I have a quick question of workflow when it comes to Photoshop, to Illustrator, to AE in order to keep the best quality and least amount of CPU power needed inside AE.
What I'm doing is creating a digital back lit puppet show. We have all of these cool little character that we drew and cut out of paper. My plan is to scan them into my computer, remove the white background in Photoshop, then create a vector file that can be imported into AE so I can animate the puppets like you would see a real puppet show (only thing is this puppet show will have the silhouetted puppets talk and move their arms. I'll probably be doing wiggles and motion tracking.
Anyway, my question is how to go from the PDF files I scanned and PSD files I saved to remove the backgrounds back into AE. These files are mostly 8.5x11 inches from standard paper, so I know that these large file sizes could be taxing on my computer (only 4GB of ram, I know). So I was wondering if there is a better way to create vector files so I can save them smaller but AE can just work with smaller vector files.
I hope this makes since, and any help would be greatly appreciated!! :)
**Oh PS, working in CS5.5 on an iMac 2.8GHz Intel Core i7, 4GB Ram
ae can use vector illustrator files (or eps, pdf, or even vector psd layers), so you can definitely go that route. illustrator also has an auto trace feature that should be able to create the vectors from the raster images that you have, so it shouldn't take much time.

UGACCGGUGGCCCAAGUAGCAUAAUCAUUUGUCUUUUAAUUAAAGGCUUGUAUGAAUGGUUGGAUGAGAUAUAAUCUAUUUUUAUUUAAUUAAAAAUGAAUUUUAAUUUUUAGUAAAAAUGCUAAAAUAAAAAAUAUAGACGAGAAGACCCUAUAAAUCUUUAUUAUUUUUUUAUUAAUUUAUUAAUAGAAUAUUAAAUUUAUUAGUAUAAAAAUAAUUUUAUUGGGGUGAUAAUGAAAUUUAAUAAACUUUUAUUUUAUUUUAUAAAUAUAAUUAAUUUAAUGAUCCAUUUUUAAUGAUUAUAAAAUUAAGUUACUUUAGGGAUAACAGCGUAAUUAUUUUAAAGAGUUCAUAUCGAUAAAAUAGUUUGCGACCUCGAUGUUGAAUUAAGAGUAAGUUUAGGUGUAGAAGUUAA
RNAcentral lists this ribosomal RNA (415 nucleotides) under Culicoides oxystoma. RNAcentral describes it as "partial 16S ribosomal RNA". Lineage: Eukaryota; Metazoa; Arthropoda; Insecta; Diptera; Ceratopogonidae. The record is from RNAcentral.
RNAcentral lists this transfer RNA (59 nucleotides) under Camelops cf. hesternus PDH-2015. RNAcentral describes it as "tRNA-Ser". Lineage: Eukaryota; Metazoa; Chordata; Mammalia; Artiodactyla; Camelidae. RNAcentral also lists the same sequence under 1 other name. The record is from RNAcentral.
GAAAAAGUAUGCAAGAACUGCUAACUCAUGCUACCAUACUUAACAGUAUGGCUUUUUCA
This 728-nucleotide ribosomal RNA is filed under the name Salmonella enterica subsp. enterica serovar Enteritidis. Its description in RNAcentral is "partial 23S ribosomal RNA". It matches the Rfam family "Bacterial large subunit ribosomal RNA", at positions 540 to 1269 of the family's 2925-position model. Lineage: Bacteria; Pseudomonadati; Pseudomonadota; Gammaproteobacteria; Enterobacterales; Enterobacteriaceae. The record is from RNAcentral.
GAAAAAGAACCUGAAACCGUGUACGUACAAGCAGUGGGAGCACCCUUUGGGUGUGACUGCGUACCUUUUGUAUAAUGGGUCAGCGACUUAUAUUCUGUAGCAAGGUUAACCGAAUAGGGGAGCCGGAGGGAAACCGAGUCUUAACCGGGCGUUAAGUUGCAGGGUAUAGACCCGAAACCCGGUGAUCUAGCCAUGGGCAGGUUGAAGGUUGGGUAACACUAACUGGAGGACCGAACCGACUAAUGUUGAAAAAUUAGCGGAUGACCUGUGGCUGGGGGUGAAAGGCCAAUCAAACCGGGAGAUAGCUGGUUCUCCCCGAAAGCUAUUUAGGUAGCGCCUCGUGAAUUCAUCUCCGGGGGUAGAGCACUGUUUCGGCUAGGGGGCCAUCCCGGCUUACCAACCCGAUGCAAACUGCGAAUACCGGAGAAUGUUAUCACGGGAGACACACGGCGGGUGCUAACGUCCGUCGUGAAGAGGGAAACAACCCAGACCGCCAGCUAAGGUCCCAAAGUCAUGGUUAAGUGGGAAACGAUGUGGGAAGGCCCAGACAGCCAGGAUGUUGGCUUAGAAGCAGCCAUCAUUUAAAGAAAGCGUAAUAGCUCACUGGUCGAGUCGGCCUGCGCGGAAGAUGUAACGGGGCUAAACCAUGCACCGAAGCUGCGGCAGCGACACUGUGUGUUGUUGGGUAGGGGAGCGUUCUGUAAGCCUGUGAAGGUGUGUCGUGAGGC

however, i'm not sure that you necessarily need to do this. do you need infinitely scaleable silhouettes, or can you just scaled down your raster images to a size that would be appropriate for the comp size? i'm also not sure how ae stores a vector image in ram... my gut says that ae will have to rasterize the vectors to create a raster image to store in ram, so at that point it's probably about the same.
having a lot of vectors can slow ae down a bit too -- it has to rasterize the paths to render -- but i don't think you'll notice any much of a problem until you get 50, maybe 100 vector layers in a comp... and that would be a lot of puppets.
i guess, in short, i don't see a strong reason to go either way for performance reasons, but if you want to have the flexibility of zooming in on the puppets, vector would be a good choice.